Lima, Peru A Peruvian airliner carrying 100 people crashed Tuesday near a jungle town while attempting an emergency landing in a storm, killing at least 37 people. The pilot tried to land in a marsh, but the impact split the aircraft in two, a regional official said.
At least 57 people from TANS Peru Flight 204 were being treated at hospitals, and it was not clear whether anyone had escaped injury in the crash, the latest of several major airline accidents around the world this month.
The Boeing 737 went down near the Pucallpa municipal airport after the pilot radioed that he could not land because of strong winds and torrential rains, airport receptionist Norma Pasquel told The Associated Press by phone.
The plane circled the airport, then crashed near a highway, according to officials and radio reports.
Edwin Vasquez, president of the Ucayali region, where Pucallpa is located, told Radioprogramas that at least 57 people - including two young children - were being treated in hospitals. He said the pilot was trying to land in a marsh to soften the impact when the plane crashed. The craft split in two, he said.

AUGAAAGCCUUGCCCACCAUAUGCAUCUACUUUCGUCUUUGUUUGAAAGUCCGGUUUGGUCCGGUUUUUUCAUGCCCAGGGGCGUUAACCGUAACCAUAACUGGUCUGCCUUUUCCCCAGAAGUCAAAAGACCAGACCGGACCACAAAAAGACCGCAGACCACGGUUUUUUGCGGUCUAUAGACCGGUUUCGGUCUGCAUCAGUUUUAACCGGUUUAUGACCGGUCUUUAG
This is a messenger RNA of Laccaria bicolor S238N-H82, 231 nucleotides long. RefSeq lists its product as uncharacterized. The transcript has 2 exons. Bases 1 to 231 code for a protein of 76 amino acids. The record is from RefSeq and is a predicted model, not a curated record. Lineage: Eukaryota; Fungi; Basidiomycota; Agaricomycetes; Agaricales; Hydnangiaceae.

"I felt a strong impact and a light and fire and felt I was in the middle of flames around the cabin, until I saw to my left a hole to escape through," crash survivor Yuri Gonzalez told Radioprogramas. "Two other people were struggling to get out and I also was able to."
He said he heard another person shouting to him to keep advancing because the plane was going to explode. "The fire was fierce despite the storm," he said. "Hail was falling and the mud came up to my knees."
Canal N television broadcast photo images of survivors being carried on stretchers from a grassy field strewn with wreckage.
Jorge Belevan, a spokesman for TANS, said that the plane was on a domestic flight carrying 92 passengers and eight crew members and was attempting an emergency landing when it crashed. He said that two of 11 Americans aboard were unaccounted for and that the others were hospitalized for treatment of unspecified injuries.
Cesar Arroyo, a provincial prosecutor, told Radioprogramas from the crash site that between 37 and 40 bodies had been pulled from the wreckage.
"There are still many more bodies to recover but now they have stopped operations because of darkness and the muddy terrain," he said. He said work would resume this morning.